And the first thing I did was try and work on it as a one-liner. I think I called a writer friend of my named Elizabeth Rogers and her friend Julie Forman because they were both woman and both screenwriters, and comedy writers. And I thought they’ll tell me if it’s good. And they said,”That sounds funny, we can relate to that.”  And so I embarked upon an idea that I normally would never write because it’s an idea for a young woman and teenage girls. But it was the money that kept me going.

So I worked on it for months. I ran it by my manager and he liked it. And eventually I took it to different producer. I think I took it to Mark Gordon, and various people. A lot of people passed. I took it to Bob Simonds who does a lot of Adam Sandler movies, and he was attached for a while. But he wanted them to be socialites from Houston, because he was from Houston. So I was working on it with him on one hand. In the meantime I was working on a whole ‘nother version with Alan Riche who was a producer who did Starsky and Hutch and Mousehunt, who’s now doing Tarzan that’s coming out.  I’d sit down with Alan, I’d give him my ideas and he’d give me notes and I’d keep working on it. And eventually Alan and my manager Matt Luber took it to some studios and the studios passed. I think maybe they passed because I’m a guy. They were like, “Can this guy write this?” Because they only knew me from Saving Silverman and other things.

Scott: When you took it to the studios what form was it in?

Greg: Once you start pitching it, it grows. And you grow it with the producer it grows. My pitches are very simple. I write things down. I come with a clipboard . I have maybe a page or two of what you call a beat sheet and I’ve basically memorized it, but truly memorizing your pitch is the dumbest thing you can do. And the reason you don’t memorize it is people will keep changing it. Are you going to keep changing what you memorize? Every time you pitch they’ll say, great, how about this, how about that? “Can you make him from Sumatra? Come back next month with that version.”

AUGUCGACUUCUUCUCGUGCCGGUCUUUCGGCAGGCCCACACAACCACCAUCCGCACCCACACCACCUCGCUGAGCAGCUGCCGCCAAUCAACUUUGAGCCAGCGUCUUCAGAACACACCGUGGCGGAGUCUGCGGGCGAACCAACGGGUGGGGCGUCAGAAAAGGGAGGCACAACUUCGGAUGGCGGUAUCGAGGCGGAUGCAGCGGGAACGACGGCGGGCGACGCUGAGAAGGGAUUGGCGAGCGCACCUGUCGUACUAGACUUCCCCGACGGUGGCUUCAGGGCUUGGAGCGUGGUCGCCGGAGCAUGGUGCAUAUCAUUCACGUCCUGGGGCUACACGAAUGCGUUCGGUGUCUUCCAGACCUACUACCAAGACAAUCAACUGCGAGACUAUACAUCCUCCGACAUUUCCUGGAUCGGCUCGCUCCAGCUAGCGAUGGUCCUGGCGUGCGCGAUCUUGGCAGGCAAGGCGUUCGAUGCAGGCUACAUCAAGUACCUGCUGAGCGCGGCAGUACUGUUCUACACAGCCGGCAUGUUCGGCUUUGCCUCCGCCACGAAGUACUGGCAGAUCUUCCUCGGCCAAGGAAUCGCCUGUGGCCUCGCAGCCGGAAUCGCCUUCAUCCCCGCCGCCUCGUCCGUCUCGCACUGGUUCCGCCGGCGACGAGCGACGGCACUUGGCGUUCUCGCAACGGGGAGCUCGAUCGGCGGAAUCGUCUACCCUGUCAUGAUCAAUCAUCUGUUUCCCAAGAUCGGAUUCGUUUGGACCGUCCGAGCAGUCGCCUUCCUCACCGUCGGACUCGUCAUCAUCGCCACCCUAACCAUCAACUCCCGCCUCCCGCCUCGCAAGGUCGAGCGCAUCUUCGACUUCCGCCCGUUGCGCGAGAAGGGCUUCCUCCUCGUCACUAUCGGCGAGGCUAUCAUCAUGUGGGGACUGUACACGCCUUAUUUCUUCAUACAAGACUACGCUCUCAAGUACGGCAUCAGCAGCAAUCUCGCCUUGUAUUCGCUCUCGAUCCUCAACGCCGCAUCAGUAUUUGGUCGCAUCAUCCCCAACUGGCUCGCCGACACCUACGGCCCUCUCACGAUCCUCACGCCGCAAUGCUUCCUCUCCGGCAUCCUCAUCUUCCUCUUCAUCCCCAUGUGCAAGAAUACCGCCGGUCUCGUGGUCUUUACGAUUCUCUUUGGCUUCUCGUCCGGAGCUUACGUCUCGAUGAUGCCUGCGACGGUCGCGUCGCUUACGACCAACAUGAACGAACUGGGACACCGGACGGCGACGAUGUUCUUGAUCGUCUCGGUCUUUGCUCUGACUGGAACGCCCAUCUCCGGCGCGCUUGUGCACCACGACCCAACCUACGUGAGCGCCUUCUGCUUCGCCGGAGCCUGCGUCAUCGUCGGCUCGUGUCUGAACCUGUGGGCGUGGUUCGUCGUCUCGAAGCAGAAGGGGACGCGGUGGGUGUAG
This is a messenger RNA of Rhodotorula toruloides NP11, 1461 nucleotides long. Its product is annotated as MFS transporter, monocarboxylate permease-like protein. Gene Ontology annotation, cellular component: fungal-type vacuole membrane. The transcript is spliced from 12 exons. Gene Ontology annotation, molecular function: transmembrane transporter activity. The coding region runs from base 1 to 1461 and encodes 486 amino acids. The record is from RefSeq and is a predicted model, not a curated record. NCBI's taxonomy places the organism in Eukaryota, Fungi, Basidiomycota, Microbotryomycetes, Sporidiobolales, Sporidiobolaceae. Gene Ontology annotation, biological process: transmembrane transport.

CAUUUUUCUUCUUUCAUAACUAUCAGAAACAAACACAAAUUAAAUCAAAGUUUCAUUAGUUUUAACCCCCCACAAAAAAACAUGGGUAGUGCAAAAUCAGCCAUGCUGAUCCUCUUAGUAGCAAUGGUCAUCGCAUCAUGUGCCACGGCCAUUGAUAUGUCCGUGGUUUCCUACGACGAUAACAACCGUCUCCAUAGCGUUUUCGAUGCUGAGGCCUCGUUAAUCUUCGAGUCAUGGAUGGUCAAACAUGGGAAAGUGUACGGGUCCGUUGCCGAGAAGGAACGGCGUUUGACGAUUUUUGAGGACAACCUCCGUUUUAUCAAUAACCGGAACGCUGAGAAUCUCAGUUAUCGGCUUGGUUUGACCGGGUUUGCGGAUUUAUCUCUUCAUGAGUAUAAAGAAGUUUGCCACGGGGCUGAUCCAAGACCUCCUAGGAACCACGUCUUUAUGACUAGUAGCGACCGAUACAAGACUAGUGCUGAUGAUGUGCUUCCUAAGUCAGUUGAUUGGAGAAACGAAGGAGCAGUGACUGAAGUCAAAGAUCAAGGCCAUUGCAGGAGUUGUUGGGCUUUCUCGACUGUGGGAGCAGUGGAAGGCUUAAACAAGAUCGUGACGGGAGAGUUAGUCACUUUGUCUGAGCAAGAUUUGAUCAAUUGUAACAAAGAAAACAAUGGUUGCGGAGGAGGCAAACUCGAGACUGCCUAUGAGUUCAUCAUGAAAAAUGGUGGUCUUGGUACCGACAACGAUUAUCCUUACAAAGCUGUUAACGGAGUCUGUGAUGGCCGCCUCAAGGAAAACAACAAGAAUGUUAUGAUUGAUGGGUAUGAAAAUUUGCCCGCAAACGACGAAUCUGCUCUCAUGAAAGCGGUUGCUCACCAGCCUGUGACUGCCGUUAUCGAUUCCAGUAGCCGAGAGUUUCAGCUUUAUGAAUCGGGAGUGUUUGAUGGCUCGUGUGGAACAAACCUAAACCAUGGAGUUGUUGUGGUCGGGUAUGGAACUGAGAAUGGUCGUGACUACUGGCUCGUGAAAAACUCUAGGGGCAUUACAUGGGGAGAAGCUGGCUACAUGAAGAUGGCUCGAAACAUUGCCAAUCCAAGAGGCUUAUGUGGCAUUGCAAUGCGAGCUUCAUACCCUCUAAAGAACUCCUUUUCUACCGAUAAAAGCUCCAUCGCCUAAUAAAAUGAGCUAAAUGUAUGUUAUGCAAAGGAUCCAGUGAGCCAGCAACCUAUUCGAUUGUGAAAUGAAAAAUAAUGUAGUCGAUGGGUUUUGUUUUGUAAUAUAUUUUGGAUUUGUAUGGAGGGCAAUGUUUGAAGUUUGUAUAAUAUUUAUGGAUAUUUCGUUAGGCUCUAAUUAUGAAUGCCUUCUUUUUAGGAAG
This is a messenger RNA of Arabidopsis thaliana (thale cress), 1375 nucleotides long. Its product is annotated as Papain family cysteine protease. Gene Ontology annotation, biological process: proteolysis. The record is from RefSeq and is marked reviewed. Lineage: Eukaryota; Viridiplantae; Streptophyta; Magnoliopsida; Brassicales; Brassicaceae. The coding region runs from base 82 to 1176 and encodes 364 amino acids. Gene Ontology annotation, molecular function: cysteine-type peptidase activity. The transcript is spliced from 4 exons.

So you’ll have different version for different producers and different studios. Because you want to tweak it to serve their needs. If you try to memorize all those things you’re going to drive yourself crazy. And in fact, you’re not auditioning for the job of an actor, you’re auditioning for the job of writer. You don’t need to memorize anything. So I write stuff down, I have a pad, I have a clipboard that I refer to. By the time I pitch it I know it off the top of my head. But you’re not there to show you can memorize.

And so eventually, after many studios had passed, Alex or Matt said, “Let’s pitch it to Kate Hudson’s manager Jay Cohen.” We sat down with Jay and I pitched it and he liked it. And then he called back in a week and had notes and I had to make changes.  And he said, “Why don’t you come pitch it to Kate Hudson?” So at that point my manager, another producer who’d gotten involved, Tony Ludwig, Alan Riche, and Jay Cohen, all these middle age men showed up in a room and waited for Kate. And she showed up and sat down. And we sat in a big circle around her and pulled up my chair and pitched it.

And the first time I pitched it to Kate Hudson, I stumbled. And that almost never happened because I’m very good at pitching. But I was a little nervous because I was with a star. And I got a third of the way through and I said, “Wait I made a mistake.” And Kate said, “Well, why don’t you just start over.” And I started back from the beginning. And she was very nice. She laughed at curtain places and she thought certain places were funny and say, “I like this” and “I like that.” And when we were done she said, “I like this, I can see it as a movie. It would be me and another woman,” which at that point was undetermined.

And she gave me some notes, and I left the room knowing she really liked it. And I verbally got back with her or one of her people on the phone and they said, “Okay, we’re going to run with this.” And they got on the phone with Miramax and they re-considered because she was attached and they said, “Let’s make a deal.” My manager negotiated and we made a money deal for two drafts and probably some rewrites as I recall.

From that point it took a couple of years to write because I did one draft and there was a lot of waiting, and then I did another draft, and there were some producer polishes, and there’s always sits and stalls when that happens. And then when I finished my duties writing Miramax died as a studio. So it was sitting on their shelf and they owned it, but they weren’t going to make it.